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Friday, May 1, 2009

Friday Spotlight: Linda Swift

We met a lovely English family on our earlier tour to Holy Island and the Beamish Museum: an elderly woman, her two daughters and daughter-in-law. These ladies adopted me and I spent many happy occasions exploring Hull with them and taking Wednesday tea at the mum's house. On Miss Ivy's 86th birthday, they invited me to join them on a one day coach tour to Thornton-le-Dale and Pickering Castle. Although it was her day, I think the choice of tours may have been planned for my benefit. They had asked my favorite place in England and I'd answered truthfully the Cotswolds because I loved the thatched roof cottages that reminded me of fairy tale picture books. Yorkshire had a few thatched cottages, too. And they knew I was enthralled with castles.

It was mid-August but we wore medium-weight coats and carried our brollies. I always wore jogging shoes and they usually wore shoes with heels but today one of them also wore her white trainers (joggers).

I had noticed that our tour coaches and the city buses traveled at a higher rate of speed that their US counterparts, but the driver of this day-tour company put them all to shame. To call him a speed demon as he whizzed around the complete right angled curves on the narrow two lane motorway was not an exaggeration. As I sat gripping the seat, I looked around and everyone else was chatting as if this was normal so I suppose it was.

In Thornton, we visited alms houses where the poor had lived in past days, a cathedral built in 1300, and saw those charming thatched-roofed cottages. As we walked briskly toward a tea room for lunch, with me panting to keep up, the mum confided that she had been able to walk so much better before she broke her hip last winter in a fall on ice.

After lunch, we boarded another bus for Pickering and toured the castle there. The mum sprinted up and down the dry castle mote like a mountain goat, with me again trying vainly to keep up with her. These Brits are a hearty lot, let me tell you.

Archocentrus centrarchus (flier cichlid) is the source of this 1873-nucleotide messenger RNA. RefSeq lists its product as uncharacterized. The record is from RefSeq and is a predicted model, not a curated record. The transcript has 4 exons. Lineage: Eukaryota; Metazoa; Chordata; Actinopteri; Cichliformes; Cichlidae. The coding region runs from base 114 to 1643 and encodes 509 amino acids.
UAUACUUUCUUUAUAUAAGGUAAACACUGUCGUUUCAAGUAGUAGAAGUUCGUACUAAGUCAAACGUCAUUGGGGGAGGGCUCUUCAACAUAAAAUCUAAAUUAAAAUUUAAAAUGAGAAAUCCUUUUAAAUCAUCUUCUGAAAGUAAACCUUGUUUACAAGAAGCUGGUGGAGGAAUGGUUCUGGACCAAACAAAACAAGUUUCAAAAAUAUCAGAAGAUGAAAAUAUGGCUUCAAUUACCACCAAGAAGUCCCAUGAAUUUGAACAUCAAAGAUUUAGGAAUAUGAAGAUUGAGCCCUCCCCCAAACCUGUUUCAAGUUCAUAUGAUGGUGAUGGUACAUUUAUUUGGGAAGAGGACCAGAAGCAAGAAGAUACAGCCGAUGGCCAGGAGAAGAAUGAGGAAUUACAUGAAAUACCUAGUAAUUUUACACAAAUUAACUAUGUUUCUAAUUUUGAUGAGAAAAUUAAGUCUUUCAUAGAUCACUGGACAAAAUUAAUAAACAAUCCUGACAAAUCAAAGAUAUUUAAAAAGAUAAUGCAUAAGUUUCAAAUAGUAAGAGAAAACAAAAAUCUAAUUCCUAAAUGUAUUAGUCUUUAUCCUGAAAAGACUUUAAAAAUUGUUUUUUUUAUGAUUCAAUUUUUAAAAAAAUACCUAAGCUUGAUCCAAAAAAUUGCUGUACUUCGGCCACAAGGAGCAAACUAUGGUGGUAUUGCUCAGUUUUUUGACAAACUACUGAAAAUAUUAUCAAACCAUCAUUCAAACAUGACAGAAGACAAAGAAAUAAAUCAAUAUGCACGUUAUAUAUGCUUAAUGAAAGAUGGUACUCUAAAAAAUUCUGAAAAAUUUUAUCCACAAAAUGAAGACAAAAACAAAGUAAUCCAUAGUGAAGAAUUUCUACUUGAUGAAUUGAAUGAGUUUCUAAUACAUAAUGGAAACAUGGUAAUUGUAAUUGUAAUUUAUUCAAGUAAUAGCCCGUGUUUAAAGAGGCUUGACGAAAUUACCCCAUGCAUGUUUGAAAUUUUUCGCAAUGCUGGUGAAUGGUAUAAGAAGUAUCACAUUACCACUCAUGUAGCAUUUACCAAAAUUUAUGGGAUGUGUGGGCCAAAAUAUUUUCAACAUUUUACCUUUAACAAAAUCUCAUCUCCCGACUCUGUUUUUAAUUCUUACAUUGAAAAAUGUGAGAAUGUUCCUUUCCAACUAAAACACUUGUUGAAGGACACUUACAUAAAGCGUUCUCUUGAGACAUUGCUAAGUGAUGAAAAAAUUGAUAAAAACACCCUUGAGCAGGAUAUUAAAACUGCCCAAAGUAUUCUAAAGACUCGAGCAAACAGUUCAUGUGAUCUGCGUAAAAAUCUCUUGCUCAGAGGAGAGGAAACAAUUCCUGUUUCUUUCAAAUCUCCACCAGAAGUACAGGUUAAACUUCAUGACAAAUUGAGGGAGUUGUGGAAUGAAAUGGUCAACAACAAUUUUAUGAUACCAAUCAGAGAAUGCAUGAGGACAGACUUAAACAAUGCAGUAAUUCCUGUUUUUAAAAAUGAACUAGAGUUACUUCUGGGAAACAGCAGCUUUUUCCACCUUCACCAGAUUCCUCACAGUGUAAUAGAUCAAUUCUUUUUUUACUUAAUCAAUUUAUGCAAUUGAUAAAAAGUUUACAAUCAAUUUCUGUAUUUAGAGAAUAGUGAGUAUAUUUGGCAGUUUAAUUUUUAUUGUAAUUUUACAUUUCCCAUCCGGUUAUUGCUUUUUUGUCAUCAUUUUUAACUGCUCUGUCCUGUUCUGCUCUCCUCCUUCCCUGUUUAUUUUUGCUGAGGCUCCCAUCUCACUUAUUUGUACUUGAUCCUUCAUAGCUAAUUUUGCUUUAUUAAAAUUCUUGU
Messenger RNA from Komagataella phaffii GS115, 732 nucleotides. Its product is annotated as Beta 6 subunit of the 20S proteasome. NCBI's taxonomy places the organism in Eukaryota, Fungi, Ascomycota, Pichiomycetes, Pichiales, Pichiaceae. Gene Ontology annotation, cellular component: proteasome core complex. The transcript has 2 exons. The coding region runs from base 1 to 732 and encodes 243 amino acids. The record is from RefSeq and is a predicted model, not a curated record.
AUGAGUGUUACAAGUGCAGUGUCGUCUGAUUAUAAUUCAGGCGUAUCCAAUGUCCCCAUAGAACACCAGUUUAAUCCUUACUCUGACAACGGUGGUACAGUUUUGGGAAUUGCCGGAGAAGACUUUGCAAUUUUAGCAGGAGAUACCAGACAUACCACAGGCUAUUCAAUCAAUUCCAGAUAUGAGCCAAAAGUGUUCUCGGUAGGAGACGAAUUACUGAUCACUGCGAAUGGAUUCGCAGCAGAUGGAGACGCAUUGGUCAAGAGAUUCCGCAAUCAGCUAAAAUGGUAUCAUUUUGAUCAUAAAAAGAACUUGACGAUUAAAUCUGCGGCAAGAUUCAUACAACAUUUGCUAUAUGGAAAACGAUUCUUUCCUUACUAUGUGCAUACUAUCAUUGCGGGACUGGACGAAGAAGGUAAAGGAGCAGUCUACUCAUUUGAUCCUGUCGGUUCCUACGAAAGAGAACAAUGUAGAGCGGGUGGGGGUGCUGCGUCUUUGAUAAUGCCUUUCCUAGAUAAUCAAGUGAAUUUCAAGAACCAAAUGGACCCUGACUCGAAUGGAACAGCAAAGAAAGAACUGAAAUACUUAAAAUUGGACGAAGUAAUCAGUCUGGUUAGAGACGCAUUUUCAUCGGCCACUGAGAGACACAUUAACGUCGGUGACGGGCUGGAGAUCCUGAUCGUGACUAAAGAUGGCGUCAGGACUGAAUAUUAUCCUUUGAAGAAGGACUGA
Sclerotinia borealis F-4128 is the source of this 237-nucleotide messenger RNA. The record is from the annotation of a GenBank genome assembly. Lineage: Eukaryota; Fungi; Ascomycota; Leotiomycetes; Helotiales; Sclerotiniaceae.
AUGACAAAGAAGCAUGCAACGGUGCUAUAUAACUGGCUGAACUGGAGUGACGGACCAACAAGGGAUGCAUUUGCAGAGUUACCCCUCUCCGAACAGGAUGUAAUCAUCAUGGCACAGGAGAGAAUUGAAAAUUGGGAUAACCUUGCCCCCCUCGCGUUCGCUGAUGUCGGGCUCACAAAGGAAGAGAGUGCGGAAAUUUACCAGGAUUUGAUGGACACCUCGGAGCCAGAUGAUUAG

We returned to the bus park in Thornton and soon boarded our bus to Hull. This driver outdid the morning demon. I felt as if I were in a plane cruising for takeoff and would be airborne any minute. I have heard of driving a horse to death but this fellow drove the bus to death, literally. It died several miles from Hull and he called on his cell phone for a replacement. It was quite a while coming and when it arrived, the new driver stayed with the dead bus and our coach killer boarded this new bus and tried to kill it, too. The only reason he didn't succeed was not enough miles left to Hull. Needless to say, this is one birthday celebration I will never forget and I'm only thankful Miss Ivy was spared to celebrate another.

I sometimes traveled with the other wives from my husband's company. One day I was meeting two of them for a rail trip to Scarborough. I took the bus from our flat to the city centre. Since I usually got off the bus at Alder's Department Store, I had never bothered to learn the name of the bus terminal street. So when I boarded the bus, I told the familiar driver that I was going all the way today. He grinned and turned to the bus filled with mostly older ladies making their daily trip to market and repeated to them, "Ladies, the American lady is going all the way today."

Amid their laughter, I nodded and said, "But please don't tell my husband."

We three wives had a lovely day in Scarborough, visiting shops, having lunch, and scavenging the charity shops for unusual finds. It was in the last of these, while the other two chatted in the sunshine on the sidewalk, that I spied a couple of coffee table books on a high shelf and attempted to pull them down. They came down alright, one landing on the bridge of my nose (and I carry the hump to prove it today). Not to be deterred I bought the books and staggered out, nose already swelling and hurting like Hull. By the time we had tea and boarded the train, I had two black eyes as well. And when I arrived back at the terminal to catch the last bus back to Victoria Dock, I faced the same driver of the morning. Seeing his shocked expression, I answered his question before he could ask. "A book fell on my nose," I said. He nodded with a skeptical expression and I'm sure to this day he is certain that the American lady truly did go all that way that memorable day.